A majority of Virginians want transportation improvements but don’t like most of the proposals offered by legislators and Gov. Timothy M. Kaine to pay for them, according to a recent statewide poll.
The Mason-Dixon Polling & Research Inc. survey said only 39 percent support higher taxes for transportation, and just 30 percent favor cutting state spending elsewhere and spending the savings on rail, roads and transit projects.
When it comes to recent proposals, a sizable 86 percent oppose increasing fees on car insurance premiums, while 90 percent favor tougher fines for bad drivers.
Lawmakers are considering returning to Richmond next month to deal with transportation — the issue at the heart of this year’s unprecedented budget impasse. J. Bradford Coker, managing director of Mason-Dixon, said poll results suggest this isn’t the time for a special session.
“There just isn’t enough support to do something about transportation right now,” he said.
More than two-thirds of those responding to the Mason-Dixon Polling & Research Inc. survey said they favor a special session of the General Assembly to deal with transportation problems.
Despite the public’s cool reception to Kaine’s support for tax increases, 55 percent of poll respondents said the governor is doing an excellent or good job. Only 8 percent said he was doing a poor job.
The Democratic governor and a bipartisan majority in the Republican-controlled Senate insist that significant new revenue is needed for a meaningful solution to the state’s transportation woes. GOP conservatives who control the House of Delegates oppose tax increases.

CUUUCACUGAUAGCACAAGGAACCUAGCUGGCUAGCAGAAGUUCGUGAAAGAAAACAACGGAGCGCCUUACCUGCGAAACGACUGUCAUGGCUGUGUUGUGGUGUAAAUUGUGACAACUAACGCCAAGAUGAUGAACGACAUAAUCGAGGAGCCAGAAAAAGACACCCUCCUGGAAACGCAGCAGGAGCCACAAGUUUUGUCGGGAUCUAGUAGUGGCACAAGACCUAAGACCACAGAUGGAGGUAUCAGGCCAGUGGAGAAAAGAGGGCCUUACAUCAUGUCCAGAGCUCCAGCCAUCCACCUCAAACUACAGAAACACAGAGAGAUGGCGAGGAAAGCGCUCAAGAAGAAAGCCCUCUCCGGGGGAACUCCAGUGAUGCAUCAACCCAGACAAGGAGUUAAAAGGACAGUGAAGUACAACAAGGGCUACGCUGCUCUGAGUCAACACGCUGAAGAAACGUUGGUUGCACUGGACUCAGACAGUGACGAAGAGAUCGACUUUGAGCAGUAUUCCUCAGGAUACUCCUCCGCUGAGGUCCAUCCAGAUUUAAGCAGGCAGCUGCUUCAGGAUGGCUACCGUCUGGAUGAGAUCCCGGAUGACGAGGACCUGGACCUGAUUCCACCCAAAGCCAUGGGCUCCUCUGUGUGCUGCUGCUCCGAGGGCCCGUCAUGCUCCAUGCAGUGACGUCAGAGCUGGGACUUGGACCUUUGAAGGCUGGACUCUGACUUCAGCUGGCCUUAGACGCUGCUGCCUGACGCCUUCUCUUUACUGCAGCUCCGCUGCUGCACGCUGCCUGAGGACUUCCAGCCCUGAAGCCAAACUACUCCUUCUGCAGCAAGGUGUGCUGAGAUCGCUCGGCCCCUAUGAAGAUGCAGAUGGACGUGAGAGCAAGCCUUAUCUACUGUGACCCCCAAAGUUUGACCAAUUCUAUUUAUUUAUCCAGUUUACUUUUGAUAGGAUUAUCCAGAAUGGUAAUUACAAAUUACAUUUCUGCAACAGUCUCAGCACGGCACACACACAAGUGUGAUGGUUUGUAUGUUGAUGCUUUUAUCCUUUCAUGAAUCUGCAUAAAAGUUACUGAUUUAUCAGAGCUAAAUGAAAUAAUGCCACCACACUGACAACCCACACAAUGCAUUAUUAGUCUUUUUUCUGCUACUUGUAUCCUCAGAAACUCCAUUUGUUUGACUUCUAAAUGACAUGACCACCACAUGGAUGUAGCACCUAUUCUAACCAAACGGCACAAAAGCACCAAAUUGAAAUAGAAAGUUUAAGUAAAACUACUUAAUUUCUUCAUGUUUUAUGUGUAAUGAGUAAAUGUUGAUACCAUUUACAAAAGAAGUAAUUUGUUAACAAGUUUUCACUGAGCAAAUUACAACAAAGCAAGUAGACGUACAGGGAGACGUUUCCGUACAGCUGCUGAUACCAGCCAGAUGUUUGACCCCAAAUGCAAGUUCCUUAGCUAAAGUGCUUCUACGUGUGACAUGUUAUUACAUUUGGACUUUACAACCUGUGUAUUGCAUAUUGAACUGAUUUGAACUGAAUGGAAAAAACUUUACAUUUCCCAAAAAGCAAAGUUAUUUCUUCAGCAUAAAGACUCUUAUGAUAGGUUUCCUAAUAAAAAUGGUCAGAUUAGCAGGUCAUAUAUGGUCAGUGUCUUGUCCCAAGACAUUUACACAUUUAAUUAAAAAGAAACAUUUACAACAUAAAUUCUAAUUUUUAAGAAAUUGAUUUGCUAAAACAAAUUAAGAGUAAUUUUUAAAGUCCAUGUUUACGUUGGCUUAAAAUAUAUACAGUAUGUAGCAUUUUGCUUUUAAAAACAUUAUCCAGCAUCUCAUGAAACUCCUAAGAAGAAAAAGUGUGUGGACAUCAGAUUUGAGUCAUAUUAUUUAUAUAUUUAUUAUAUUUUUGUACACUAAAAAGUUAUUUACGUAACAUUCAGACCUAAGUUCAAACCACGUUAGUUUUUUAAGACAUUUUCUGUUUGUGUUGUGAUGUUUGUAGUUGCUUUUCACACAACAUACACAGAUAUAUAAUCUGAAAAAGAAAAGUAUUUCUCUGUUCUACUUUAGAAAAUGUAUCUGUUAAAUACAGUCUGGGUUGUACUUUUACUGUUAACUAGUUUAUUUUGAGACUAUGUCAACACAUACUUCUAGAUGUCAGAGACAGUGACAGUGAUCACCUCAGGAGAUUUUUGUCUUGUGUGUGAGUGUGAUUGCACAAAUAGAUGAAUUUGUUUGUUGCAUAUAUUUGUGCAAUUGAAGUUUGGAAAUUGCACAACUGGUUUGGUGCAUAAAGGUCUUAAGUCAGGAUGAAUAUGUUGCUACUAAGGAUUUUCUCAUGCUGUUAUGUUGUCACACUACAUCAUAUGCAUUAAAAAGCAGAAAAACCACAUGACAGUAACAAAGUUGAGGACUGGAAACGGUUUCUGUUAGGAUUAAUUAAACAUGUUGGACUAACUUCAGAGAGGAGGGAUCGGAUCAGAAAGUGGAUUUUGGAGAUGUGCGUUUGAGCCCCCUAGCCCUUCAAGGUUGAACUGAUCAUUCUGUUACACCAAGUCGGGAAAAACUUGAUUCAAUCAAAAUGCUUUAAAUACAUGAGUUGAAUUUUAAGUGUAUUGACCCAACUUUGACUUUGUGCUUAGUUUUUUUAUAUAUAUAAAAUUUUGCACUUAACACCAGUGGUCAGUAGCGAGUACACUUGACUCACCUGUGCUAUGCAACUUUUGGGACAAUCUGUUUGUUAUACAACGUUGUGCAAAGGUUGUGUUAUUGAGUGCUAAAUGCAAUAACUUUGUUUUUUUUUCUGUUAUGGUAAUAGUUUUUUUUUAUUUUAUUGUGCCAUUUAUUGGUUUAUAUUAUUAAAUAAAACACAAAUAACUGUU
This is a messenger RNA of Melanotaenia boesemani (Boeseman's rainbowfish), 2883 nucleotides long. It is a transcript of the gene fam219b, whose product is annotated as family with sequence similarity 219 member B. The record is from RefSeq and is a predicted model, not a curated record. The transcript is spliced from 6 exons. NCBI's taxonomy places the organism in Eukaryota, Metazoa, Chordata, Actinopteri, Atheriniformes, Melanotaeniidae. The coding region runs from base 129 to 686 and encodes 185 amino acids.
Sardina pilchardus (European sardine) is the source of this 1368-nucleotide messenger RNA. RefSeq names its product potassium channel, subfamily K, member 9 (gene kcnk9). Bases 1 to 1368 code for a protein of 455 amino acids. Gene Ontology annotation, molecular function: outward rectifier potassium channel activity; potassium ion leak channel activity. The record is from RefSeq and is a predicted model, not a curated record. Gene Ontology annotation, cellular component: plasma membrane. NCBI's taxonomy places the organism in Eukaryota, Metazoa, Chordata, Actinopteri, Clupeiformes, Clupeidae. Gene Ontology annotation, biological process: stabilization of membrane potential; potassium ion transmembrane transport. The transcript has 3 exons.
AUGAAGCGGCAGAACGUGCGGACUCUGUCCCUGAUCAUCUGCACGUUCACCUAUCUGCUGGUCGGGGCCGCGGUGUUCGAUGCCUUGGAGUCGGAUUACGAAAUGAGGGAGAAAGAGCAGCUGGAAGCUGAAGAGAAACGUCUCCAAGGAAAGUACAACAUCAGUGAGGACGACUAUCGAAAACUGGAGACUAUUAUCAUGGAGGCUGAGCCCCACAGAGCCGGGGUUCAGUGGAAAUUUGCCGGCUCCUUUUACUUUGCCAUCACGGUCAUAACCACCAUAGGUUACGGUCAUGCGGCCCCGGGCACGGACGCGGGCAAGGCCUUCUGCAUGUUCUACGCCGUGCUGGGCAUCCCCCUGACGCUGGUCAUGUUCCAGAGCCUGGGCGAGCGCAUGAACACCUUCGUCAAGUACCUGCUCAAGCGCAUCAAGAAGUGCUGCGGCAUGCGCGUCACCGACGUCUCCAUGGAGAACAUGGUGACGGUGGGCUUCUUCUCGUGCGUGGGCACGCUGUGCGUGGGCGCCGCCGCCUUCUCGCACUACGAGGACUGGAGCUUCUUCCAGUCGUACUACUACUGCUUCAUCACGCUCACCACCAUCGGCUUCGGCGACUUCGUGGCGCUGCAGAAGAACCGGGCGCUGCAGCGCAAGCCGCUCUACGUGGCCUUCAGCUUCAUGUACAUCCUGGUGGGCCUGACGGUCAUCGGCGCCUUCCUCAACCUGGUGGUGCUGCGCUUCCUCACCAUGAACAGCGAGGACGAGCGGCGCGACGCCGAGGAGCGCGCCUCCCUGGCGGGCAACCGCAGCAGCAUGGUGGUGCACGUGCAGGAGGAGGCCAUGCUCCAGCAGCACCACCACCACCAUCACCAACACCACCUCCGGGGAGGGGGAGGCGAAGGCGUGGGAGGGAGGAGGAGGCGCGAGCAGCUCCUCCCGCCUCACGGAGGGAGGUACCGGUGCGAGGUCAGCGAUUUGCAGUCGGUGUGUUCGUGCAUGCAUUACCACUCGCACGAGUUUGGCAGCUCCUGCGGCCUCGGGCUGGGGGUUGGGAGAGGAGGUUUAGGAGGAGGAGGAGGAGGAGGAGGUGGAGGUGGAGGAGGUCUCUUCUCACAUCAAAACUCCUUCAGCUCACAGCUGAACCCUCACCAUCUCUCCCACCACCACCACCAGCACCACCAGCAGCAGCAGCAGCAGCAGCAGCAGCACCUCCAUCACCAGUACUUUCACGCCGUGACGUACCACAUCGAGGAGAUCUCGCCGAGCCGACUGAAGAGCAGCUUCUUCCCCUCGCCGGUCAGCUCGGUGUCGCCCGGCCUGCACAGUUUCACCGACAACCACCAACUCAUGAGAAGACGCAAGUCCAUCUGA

“It confirms what we’ve been saying: You shouldn’t raise taxes,” House Speaker William J. Howell, R-Stafford, said of the poll. “You need a multifaceted approach.”
Senate Transportation Chairman Marty Williams, R-Newport News and sponsor of a comprehensive transportation bill pending in a House committee, said the poll “is going to reinforce the House position not to do anything.”
The poll involved 625 likely voters. Results could vary 4 percentage points in either direction.
Respondents were asked their views on various proposals advanced by Kaine and legislators. The results:
50 percent opposed tax increases for transportation; 39 percent favored higher taxes; 11 percent were undecided.
61 percent opposed raising the sales tax on cars from 3 percent to 5 percent; 32 percent supported increases; 7 percent were undecided.
86 percent opposed increasing fees on car insurance premiums; while 10 percent supported them; 4 percent were undecided.
60 percent rejected increasing vehicle registration fees; 34 percent favored them; 6 percent were undecided.
90 percent backed tougher fines for bad drivers; 7 percent were opposed and 3 percent were undecided.
59 percent opposed a tax on gasoline stored at fuel depots; 25 percent favored it; 16 percent were undecided.
53 percent rejected a plan to finance more road improvements with debt; 32 percent favored additional borrowing; 15 percent were undecided.
52 percent opposed cutting state spending in other areas by $500 million and shifting funds in the highway budget; 30 percent supported the House-backed concept; 18 percent were undecided.
49 percent backed tolls on some interstate highways; 46 percent were opposed; 5 percent were undecided.
50 percent endorsed authorizing localities to impose taxes for regional projects; 43 percent were opposed; 7 percent were undecided.
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